In a male earwig, the forceps are more widely spaced.
The most abundant earwig in California is the European eartwig, Forficula auricularia (family Forficulidae), according to entomologists Jerry Powell and Charles Hogue in their book, California Insects. However, it was not known in the state until 1923.
They describe the adult as about 12 to 22mm long, mostly brown with pale forewings and antennae. "The immatures and adults feed on a wide variety of substances, from flowers and green foliage near the ground to living and dead insects, including aphids."
This one seemed to be escaping from the heat.
Tell-tale sign of an earwig. (Photo by Kathy Keatley Garvey)
Earwig exposed. (Photo by Kathy Keatley Garvey)
You never hear anyone say "He's as cute as an earwig."
Or, he's as cute as a "lygus bug."
No. It's "Cute as a June bug," which could be any number of bugs, including the fig beetle (Cotinus mutabilis).
Over at the Bohart Museum of Entomology on the UC Davis campus, you'll see plenty of June bugs at a special open house from 1 to 4 p.m., Sunday, June 5. The theme is "June Bugs," and it follows on the heels of "Moth-er's Day," spotlighting moths. Admission is free.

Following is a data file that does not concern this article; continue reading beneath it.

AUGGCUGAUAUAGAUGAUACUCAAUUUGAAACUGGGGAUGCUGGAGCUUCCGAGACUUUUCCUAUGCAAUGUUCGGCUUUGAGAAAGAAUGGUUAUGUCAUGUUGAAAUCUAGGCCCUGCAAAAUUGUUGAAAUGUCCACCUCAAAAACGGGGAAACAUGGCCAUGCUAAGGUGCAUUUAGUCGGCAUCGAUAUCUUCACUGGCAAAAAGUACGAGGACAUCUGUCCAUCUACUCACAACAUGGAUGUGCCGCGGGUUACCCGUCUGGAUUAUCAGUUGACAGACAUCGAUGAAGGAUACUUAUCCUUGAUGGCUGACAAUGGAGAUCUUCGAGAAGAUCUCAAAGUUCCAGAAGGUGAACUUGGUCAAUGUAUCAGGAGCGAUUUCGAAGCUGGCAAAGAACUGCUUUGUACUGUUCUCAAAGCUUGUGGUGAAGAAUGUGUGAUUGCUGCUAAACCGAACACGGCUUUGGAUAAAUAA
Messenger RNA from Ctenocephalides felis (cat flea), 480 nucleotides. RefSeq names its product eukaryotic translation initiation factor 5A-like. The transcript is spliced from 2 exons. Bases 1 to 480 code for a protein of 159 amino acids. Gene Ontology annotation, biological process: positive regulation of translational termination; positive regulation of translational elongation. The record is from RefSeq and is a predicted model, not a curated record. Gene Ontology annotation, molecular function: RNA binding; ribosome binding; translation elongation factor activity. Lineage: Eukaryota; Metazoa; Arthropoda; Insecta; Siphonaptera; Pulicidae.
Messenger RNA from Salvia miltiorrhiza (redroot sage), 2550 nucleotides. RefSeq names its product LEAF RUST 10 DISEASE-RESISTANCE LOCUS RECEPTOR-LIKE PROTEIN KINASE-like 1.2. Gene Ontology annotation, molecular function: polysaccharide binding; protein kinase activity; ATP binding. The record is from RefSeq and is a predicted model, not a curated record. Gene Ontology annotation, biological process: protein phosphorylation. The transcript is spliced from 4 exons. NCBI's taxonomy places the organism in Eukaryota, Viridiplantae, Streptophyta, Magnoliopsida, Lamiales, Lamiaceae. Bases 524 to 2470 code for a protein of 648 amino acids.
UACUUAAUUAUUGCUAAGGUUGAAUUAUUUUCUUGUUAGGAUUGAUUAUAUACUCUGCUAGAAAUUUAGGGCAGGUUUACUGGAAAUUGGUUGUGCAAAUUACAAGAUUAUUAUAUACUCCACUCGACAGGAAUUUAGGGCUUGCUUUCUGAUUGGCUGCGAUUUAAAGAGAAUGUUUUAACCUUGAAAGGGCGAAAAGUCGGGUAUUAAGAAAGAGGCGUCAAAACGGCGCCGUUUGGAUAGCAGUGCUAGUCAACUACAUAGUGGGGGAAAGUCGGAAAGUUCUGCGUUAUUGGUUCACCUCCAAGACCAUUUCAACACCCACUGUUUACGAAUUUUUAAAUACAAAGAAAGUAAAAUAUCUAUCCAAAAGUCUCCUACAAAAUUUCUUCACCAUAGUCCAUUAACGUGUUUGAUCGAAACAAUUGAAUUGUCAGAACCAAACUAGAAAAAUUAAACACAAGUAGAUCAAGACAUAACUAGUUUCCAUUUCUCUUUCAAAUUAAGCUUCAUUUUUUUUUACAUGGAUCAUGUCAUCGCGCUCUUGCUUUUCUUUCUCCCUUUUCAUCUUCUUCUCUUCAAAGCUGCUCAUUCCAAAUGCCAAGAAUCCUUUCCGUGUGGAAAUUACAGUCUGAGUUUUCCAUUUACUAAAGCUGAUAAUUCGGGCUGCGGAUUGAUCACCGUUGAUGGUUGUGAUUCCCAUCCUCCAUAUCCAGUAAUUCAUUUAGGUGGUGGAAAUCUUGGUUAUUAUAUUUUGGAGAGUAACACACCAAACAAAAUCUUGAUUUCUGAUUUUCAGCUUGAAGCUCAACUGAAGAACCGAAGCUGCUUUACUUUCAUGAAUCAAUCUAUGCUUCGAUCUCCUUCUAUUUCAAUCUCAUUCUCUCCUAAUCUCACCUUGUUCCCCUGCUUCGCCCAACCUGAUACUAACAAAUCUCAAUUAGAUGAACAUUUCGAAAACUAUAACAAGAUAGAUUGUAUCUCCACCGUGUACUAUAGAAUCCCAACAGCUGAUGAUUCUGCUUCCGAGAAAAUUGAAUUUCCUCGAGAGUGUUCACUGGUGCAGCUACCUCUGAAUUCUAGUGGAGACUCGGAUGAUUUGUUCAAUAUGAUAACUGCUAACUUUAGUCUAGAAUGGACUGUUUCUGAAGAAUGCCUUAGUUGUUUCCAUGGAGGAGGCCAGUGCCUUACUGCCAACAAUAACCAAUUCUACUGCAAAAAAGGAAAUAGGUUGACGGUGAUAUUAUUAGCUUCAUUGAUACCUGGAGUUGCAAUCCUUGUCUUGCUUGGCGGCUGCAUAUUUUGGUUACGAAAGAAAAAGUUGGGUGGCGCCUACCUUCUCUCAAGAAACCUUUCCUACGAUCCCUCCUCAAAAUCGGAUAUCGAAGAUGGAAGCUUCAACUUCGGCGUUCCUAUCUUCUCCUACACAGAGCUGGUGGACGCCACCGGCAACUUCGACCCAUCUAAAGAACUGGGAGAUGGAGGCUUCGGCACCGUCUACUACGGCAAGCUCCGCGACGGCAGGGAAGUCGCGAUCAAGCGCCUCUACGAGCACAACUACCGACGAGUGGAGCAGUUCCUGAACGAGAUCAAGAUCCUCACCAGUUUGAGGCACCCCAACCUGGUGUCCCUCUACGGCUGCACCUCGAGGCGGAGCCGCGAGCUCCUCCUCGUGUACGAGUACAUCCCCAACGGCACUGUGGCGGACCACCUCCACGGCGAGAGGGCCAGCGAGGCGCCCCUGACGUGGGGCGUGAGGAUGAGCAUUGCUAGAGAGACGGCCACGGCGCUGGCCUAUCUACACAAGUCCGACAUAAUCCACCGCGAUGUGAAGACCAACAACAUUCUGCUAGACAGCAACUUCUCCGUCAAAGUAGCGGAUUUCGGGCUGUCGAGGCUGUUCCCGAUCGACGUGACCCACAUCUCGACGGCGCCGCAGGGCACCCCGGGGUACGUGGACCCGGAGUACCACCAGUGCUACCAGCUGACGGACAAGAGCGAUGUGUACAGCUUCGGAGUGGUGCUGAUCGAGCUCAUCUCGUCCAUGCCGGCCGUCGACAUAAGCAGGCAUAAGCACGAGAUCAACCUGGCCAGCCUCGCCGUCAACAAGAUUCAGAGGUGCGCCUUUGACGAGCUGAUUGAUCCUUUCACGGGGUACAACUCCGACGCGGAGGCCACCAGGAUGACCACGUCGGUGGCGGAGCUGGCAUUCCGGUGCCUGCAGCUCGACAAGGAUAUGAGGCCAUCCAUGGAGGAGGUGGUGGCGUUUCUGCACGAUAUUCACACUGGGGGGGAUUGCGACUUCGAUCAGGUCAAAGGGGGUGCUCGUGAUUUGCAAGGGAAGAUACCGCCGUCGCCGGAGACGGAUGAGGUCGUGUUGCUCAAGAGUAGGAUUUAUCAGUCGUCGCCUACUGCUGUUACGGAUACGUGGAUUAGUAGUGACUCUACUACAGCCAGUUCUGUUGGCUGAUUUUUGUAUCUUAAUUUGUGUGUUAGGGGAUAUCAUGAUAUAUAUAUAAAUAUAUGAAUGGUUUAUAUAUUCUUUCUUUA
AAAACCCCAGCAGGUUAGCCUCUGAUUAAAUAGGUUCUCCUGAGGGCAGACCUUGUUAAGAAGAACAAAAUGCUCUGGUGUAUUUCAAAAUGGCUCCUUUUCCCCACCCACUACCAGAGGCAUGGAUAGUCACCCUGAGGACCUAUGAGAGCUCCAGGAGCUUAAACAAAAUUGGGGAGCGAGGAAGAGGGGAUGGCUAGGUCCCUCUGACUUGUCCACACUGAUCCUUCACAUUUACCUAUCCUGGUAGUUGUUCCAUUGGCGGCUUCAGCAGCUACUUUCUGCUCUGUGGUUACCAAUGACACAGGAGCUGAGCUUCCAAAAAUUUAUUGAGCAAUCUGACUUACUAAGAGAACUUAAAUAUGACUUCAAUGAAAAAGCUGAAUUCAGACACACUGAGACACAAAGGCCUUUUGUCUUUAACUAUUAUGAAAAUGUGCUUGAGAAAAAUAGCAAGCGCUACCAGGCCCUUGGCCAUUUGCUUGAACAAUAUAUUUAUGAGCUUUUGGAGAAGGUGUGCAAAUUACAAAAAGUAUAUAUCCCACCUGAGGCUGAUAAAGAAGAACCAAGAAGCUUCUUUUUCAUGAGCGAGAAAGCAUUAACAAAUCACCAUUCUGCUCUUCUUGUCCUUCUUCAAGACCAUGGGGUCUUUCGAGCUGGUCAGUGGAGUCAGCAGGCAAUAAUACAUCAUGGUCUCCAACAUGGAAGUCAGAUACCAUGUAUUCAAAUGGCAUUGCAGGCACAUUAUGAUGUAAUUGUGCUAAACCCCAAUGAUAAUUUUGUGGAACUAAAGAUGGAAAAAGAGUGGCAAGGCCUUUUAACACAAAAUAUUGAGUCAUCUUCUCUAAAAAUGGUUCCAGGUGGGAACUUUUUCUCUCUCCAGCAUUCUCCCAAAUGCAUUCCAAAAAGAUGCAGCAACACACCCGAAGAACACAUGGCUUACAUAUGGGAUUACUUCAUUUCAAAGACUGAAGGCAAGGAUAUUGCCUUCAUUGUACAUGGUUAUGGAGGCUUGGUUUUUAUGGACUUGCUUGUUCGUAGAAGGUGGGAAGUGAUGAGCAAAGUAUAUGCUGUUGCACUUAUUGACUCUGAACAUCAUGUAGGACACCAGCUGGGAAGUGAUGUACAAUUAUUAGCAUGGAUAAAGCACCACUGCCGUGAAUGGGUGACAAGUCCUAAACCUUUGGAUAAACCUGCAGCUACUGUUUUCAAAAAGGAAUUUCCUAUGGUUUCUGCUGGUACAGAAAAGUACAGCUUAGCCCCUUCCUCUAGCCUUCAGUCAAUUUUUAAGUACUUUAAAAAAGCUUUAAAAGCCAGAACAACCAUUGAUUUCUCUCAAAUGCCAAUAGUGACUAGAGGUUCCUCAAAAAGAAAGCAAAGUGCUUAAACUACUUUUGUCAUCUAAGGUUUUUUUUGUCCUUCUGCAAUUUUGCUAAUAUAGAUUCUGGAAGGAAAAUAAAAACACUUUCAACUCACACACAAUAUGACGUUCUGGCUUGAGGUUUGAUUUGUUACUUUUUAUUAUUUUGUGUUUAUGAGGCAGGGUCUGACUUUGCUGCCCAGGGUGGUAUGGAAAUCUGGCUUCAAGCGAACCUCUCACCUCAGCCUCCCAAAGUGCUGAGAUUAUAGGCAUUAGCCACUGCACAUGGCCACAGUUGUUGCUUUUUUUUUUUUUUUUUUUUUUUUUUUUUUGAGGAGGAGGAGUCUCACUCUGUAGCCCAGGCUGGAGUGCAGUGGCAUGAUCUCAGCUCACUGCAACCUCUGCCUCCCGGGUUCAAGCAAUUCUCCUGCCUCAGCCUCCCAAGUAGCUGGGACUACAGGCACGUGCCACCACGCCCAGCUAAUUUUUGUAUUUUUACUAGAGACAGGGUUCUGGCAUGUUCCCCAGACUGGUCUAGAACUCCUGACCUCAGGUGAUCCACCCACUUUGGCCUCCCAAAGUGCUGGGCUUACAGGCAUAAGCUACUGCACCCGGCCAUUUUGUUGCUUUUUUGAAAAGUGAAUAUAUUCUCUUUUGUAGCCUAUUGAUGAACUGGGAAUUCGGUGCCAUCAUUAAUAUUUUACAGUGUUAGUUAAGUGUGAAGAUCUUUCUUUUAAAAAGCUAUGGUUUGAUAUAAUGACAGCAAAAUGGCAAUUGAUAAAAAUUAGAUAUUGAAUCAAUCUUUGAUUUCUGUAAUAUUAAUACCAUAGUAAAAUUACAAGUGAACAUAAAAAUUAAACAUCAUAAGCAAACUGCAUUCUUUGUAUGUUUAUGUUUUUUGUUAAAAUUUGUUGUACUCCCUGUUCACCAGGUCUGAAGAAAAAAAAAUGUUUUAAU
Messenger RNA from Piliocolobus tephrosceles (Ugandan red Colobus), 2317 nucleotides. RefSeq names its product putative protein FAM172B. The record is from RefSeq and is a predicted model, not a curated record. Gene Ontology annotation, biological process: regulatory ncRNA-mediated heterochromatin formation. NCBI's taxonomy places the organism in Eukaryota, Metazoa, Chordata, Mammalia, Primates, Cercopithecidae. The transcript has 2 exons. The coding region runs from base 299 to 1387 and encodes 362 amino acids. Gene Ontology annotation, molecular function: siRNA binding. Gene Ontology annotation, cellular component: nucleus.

The Bohart Museum, located at 1124 Academic Surge on California Drive, houses more than seven million insect specimens, plus a "living petting zoo" of Madagascar hissing cockroaches and walking sticks.
The museum also has a gift shop which includes T-shirts, sweatshirts, posters, jewelry and insect candy and the like.
A popular item is a toddler-sized t-shirt with praying mantids all over it, says museum director Lynn Kimsey, professor of entomology at UC Davis.
That's sure to get folks interested in entomology--or at least talking about bugs!
June bug, aka fig beetle (Cotinus mutabilis) at the Bohart Museum of Entomology. (Photo by Andrew Richards)
Bohart Museum volunteer Sarah Huber shows a student a Madagascar hissing cockroach. (Photo by Kathy Keatley Garvey)
Do you brake for wasps?
We spotted a bumper sticker on the UC Davis campus the other day that read: "I brake for wasps."
It was parked in the Briggs Hall loading zone--Briggs is the home of the UC Davis Department of Entomology--so I imagine it was braking for wasps right then and there.
It was not a car owned by self-described "wasp woman" Lynn Kimsey, director of the Bohart Museum of Entomology and professor of entomology at UC Davis.
But she wants one of those bumper stickers!
The colorful wasp below was foraging recently on an Indian hawthorn (Rhaphiolepsis umbellata 'Olivia') at the Benicia marina. Kimsey identified it as a "a solitary vespid, probably in the genus Stenodynerus. This is a male. The females feed on caterpillars."
Of these wasps: "They are pretty interesting," Kimsey said. "The males have the last antennal segment like a finger folded up against the adjacent segment. You can see it in one of the photos."
Solitary vespid foraging on Indian hawthorn at the Benicia marina. (Photo by Kathy Keatley Garvey)
Upside down, a solitary vespid checks out its surroundings. (Photo by Kathy Keatley Garvey)
And away it goes. (Photo by Kathy Keatley Garvey)